A bit of history about the Borghese Gallery
The building that houses the Borghese Gallery is a work of the architect Flaminio Ponzio that for order of Cardinal Borghese began its construction in 1612. In 1613 Ponzio passed away and the works were finished by Giovanni Vasanzio (Jam van Santen) who projected the facade with a U shaped terrace and decorated the whole with niches, openings, classics statues and reliefs.
Between 1730 and 1800 Prince Marcoantonio IV Borghese ordered the redesign of the gardens in the English style and in 1775 under the direction of the architect Antonio Asprucci the sculptures and antiques of the Borghese were reordered according to a thematic criterion. At the end of the 18th century, the building was transformed into a genuine public museum.
In 1902, the Borghese family, unable to meet the maintenance costs of the villa, sold the collection to the Italian State and in 1903 the gardens of the Casina Borghese were segregated to be sold to the city hall of Rome, which made them a public park.
The building was completely restored between 1995 and 1997 by rebuilding the double staircase of the portico, as well as its interior.
What is the Borghese Gallery nowadays?
Currently the Borghese Gallery is located in the impressive gardens of the Borghese Villa and it is one of the most prestigious art museums of the world. The gallery is recognized throughout Europe as it exposes in its interior much of the collection that began Cardinal Scipione Borghese between 1576 and 1633.
This magnificent exhibition is located along both floors of the building and in about 20 rooms decorated. On the top floor there is a large gallery, rich in famous works such as the Venus Victoriana of 1805, known internationally as Paulina Bonaparte, the most famous piece of the museum and practically its symbol. The ground floor is mainly dedicated to sculpture and classical antiquities, however we can not fail to appreciate its striking mosaics and frescos decorating ceilings and walls that have been preserved over the years.
The museum houses an important collection of works by renowned artists such as Bernini, Tiziano, Raphael, Caravaggio, Rubens, Botticelli and Canova. The sculptures of Bernini and Canova that we can see in each room give the museum a touch of class and distinction.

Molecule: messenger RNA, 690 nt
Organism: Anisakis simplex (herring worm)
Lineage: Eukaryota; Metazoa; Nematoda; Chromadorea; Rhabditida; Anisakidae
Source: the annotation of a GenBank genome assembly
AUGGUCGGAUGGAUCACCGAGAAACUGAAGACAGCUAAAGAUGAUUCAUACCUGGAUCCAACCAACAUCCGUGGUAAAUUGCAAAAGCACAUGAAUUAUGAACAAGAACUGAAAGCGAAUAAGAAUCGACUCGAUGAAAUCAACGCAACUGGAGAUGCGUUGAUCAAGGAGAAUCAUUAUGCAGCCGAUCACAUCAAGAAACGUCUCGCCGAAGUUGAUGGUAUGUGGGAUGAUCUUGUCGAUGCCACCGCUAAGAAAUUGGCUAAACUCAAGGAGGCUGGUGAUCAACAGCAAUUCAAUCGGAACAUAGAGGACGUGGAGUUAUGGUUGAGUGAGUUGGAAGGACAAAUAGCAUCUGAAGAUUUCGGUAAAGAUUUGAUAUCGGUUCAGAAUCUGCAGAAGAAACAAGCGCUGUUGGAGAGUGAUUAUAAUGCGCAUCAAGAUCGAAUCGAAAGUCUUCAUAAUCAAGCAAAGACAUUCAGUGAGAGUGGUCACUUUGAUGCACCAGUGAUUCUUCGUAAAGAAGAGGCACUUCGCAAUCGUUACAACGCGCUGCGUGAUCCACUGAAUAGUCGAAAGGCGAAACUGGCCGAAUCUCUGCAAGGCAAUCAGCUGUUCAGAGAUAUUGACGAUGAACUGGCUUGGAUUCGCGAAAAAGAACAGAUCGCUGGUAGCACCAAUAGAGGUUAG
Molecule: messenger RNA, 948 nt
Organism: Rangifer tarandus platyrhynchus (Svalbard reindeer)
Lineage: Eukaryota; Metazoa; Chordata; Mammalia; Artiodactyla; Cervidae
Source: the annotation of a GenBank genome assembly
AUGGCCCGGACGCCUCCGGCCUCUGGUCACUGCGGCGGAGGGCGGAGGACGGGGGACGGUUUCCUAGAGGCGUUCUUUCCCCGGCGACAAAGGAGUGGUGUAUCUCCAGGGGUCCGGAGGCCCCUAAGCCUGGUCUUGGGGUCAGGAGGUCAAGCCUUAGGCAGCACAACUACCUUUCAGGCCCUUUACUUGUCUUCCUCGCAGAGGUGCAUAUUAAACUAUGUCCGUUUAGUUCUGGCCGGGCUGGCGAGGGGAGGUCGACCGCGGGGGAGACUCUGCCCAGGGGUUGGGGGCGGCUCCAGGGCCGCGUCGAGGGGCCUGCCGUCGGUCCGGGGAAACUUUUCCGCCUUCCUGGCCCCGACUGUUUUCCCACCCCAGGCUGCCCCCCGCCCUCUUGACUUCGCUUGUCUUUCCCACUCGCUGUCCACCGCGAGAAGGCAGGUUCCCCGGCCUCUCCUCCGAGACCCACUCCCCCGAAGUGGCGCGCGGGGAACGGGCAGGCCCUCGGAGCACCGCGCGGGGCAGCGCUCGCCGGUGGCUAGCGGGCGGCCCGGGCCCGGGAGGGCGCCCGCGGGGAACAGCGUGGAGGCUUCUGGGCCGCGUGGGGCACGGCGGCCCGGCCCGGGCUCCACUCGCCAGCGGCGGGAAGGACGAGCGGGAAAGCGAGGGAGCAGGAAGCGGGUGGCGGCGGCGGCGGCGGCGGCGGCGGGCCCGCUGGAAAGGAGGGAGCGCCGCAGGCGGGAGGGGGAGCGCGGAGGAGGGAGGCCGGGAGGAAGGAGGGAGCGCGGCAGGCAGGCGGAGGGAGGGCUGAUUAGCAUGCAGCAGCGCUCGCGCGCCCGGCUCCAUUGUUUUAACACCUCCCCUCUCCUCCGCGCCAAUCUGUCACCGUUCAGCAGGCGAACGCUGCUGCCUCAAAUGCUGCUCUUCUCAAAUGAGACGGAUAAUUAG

Curiosities about the Borghese Gallery
Did you know that the history of Villa Borghese started at the beginning of 1600 with Cardinal Scipione who was nephew of Pope Pablo V? A famous Pope for having performed many public works in Rome, like the fountains known by his contemporaries as "Pontifex Maximus."
Did you know that in 1808 as a result of the deficit in the Borghese legacy, Prince Camillo Borghese, Napoleon's brother in law, sold several of the sculptures and antiquities to the emperor. For this reason, the Borghese Gladiator, one of the most admirable statues of the collection is currently in the Louvre Museum in Paris.
Why visit the Borghese Gallery?
The Borghese Gallery in Rome is one of the most fascinating museums in Italy. It is located in an old palace of the XVII century and is the ideal setting for the exhibition of famous masterpieces in the world. The original collection was built by Cardinal Borghese, gifted with great artistic taste and exceptional intuition. The Cardinal was able to create a beautiful collection dedicated mainly to the expressions of ancient, renaissance and contemporary art.
One of the qualities of the Galleria Borghese is its compact and accessible character which allows visitors to go through it comfortably in about two hours.
Other attractions in the area
Piazza di Spagna with its famous stairways, Spanish Steps, built at the beginning of the 18th century, connect the square with the Church of Trinità dei Monti. This is one of the most popular squares in Rome and is located in one of the best areas of the city, Via dei Condotti, a famous street for shopping.
Very close to Piazza di Spagna, there is the Ara Pacis Museum which contains the Ara Pacis of Augustus, an ancient monument that was inaugurated in the year 9 BC.